A number of years ago I remember walking through our learning commons at lunch to see what the students were up to. On almost every computer that was being used I saw students playing a very pixilated online game. It looked like a very crude, early 80’s nintendo game and I wondered why it was so appealing. Having little time to put into finding out, I dismissed it as “just a game” at that point. Little did I know it was such a creative, educational and process based game called Minecraft.

Fast forward to my current masters cohort. Minecraft is discussed with great regularity and enthusiasm by many of the group members. At first I was somewhat dismissive, but as more time lapsed I became more intrigued with the idea of understanding the platform more. I currently teach a computers 8 class in our school and have focused on increasing the students’ capability to search google effectively using search operators, effective use of documents in google drive and microsoft suite, and introducing them to creative aspects of computing using garage band and video editing software. Although this is providing them with useful tools to aid in many other courses in their schooling, I was interested in learning more about how Minecraft works in order to see if I could integrate this into our learning.

I have a student in class that has shown a waining interest in what we are currently doing and one day in the hall I asked if he “played” Minecraft. “Like, yeah. Um, all the time” was his reply. I though I was going to get that response and asked if he would show me some basics about the platform in class next day. “Wow, a teacher wants me to play Minecraft in class?” he said. “No” I replied, “I want you to teach me how it works.” The following is a breakdown of what he presented to me in class. It is a very basic introduction to the program and I hope that with this beginner knowledge I can at least understand how to use it in class in a way that provides meaning to the students who all have much more knowledge than me.

Although Minecraft is an online world that can be interactive, you first begin by downloading the program onto your computer (www.minecraft.net). Once you have installed the program, you create an online profile. This takes very little time and you are now up and running. The start screen (shown Below) allows you to choose Single Player or Multi Player. I began using this in single user to adjust to a new game.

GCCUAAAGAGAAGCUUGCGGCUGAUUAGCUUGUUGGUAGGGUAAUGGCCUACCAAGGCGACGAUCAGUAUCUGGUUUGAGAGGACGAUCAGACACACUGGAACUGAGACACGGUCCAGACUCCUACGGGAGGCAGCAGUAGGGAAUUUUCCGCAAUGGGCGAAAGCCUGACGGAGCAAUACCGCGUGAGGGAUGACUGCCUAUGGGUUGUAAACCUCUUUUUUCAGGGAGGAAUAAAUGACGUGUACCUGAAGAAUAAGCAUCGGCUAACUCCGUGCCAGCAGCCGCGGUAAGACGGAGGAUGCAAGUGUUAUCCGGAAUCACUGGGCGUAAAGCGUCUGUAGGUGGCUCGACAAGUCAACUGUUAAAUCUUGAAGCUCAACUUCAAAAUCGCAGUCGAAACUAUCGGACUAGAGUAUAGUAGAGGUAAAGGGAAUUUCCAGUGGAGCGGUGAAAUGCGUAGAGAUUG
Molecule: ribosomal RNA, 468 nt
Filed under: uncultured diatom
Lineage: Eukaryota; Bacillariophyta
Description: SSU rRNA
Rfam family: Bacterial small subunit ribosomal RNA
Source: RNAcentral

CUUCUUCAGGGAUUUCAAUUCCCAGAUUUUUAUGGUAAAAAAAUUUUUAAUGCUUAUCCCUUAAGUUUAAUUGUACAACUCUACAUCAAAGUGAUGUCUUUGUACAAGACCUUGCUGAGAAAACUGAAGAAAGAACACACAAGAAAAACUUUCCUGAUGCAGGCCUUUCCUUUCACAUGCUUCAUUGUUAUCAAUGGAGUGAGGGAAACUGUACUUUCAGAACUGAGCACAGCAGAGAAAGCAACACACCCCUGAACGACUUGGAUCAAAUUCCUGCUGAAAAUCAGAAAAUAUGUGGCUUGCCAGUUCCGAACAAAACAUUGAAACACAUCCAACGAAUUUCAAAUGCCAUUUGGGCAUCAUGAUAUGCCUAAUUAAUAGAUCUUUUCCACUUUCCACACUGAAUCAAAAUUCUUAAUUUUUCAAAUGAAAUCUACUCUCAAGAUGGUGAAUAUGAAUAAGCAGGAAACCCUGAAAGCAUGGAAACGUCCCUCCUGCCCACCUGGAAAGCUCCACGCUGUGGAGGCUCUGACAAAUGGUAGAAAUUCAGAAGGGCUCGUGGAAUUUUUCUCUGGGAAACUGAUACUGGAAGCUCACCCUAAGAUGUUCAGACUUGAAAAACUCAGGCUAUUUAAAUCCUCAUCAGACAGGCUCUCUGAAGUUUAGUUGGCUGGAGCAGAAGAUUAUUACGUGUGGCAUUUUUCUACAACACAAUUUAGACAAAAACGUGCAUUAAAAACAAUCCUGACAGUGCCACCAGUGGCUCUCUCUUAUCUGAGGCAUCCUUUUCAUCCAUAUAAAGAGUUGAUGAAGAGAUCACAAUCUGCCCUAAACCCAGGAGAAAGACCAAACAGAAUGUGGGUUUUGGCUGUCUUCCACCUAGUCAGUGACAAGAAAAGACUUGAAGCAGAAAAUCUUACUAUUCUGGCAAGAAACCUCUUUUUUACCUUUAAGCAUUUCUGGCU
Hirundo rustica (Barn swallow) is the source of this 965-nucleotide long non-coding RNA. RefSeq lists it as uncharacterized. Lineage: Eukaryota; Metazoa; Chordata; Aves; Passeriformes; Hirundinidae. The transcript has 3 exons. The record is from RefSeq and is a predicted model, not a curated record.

Minecraft Start Screen

The next screen allows you to create a new world. I kept my Game Mode:Creative (although there are more options) and clicked on More World Options… to create a world that was superflat (see image below) as it was in keeping with the town of Hope that I was going to build.

Create New World Screen

Once the world is created it is now time to build. Movement around the world is easy, with a(left), s(backwards), d(right), and w(forward) keys that are pretty generic to many first person type games. The e key accesses your inventory in order to create different blocks. You have a multitude of options here to create semi-realistic renditions of our world. The spacebar allows you to move upwards and a double-tap returns you to earth. Important for building tall objects.

I began to work on creating our town the next class and asked that any other student who was interested begin to help. I sat back and watched a number of interesting things happen:

  1. Students who had more knowledge of the game and building started to bark out ideas across the room to other students.
  2. Some students began to work in multi-player mode to work on buildings together.
  3. A number of students were struggling to get started. My tutorial student walked around the class to help out and log everyone in who was interested in participating. This was very unusual for this student as he is not generally interested in helping others much, but felt comfortable in his aptitude for the game that he was displaying much more confidence in himself than I had seen previously.
  4. Students who had rushed through projects or put less than ideal effort into them were suddenly working hard on this project. One student had, by the end of class, completed the skate park we have in town and the surrounding parking lot.

This was great! In just one class I had witnessed interactions between students that I was struggling to achieve during many other projects and even on a greater level than the video project we had done last term.

The next class continued like the first, with more students working on building our town. Bridges were constructed, roads emerged, and students had even completed components of our town at home. I have much to learn about the power of the game as an educational tool, but am so glad I took the time to be introduced to it by a student. A tutorial site by paulsoaresjr (https://www.youtube.com/user/paulsoaresjr) was introduced to me as well by my tutor and is a great resource as well.

I hope this helps any other newbie realize that the game is very useful, easy to use, and as complex and creative as the user can imagine.

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